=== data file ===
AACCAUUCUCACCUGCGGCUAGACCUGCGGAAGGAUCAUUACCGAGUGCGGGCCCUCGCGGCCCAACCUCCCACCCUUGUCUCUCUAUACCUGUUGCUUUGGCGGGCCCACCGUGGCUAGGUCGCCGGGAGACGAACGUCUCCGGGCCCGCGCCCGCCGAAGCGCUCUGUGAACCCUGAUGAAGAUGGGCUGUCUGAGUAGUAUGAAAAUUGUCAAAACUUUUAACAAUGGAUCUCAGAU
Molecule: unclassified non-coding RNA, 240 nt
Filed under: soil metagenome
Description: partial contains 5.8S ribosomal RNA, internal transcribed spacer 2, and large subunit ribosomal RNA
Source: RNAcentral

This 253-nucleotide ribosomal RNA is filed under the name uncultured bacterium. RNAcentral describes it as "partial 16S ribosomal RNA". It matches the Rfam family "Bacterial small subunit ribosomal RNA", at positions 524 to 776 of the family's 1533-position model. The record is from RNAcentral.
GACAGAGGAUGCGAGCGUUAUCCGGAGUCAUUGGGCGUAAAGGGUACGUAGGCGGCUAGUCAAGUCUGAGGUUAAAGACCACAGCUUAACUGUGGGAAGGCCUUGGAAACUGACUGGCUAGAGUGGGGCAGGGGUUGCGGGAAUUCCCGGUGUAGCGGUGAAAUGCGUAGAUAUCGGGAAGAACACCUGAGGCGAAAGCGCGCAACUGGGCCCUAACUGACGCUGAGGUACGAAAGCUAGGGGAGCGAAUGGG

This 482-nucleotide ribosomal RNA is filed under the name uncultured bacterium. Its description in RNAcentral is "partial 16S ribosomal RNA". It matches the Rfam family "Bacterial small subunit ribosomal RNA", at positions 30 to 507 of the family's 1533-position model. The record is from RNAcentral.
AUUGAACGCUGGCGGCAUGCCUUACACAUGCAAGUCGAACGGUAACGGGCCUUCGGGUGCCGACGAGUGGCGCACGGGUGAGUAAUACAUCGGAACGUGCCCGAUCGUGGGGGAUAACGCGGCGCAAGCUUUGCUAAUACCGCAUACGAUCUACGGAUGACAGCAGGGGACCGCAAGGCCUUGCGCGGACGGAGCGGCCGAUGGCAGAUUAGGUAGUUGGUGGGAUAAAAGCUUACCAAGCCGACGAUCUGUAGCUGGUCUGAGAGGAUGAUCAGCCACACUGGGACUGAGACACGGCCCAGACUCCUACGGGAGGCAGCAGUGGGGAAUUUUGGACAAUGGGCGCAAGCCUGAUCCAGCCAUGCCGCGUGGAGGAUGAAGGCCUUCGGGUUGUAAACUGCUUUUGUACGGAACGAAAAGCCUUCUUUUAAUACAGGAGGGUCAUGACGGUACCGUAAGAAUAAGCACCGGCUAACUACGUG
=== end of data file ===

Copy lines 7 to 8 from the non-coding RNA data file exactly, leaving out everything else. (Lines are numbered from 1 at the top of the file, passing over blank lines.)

GACAGAGGAUGCGAGCGUUAUCCGGAGUCAUUGGGCGUAAAGGGUACGUAGGCGGCUAGUCAAGUCUGAGGUUAAAGACCACAGCUUAACUGUGGGAAGGCCUUGGAAACUGACUGGCUAGAGUGGGGCAGGGGUUGCGGGAAUUCCCGGUGUAGCGGUGAAAUGCGUAGAUAUCGGGAAGAACACCUGAGGCGAAAGCGCGCAACUGGGCCCUAACUGACGCUGAGGUACGAAAGCUAGGGGAGCGAAUGGG

This 482-nucleotide ribosomal RNA is filed under the name uncultured bacterium. Its description in RNAcentral is "partial 16S ribosomal RNA". It matches the Rfam family "Bacterial small subunit ribosomal RNA", at positions 30 to 507 of the family's 1533-position model. The record is from RNAcentral.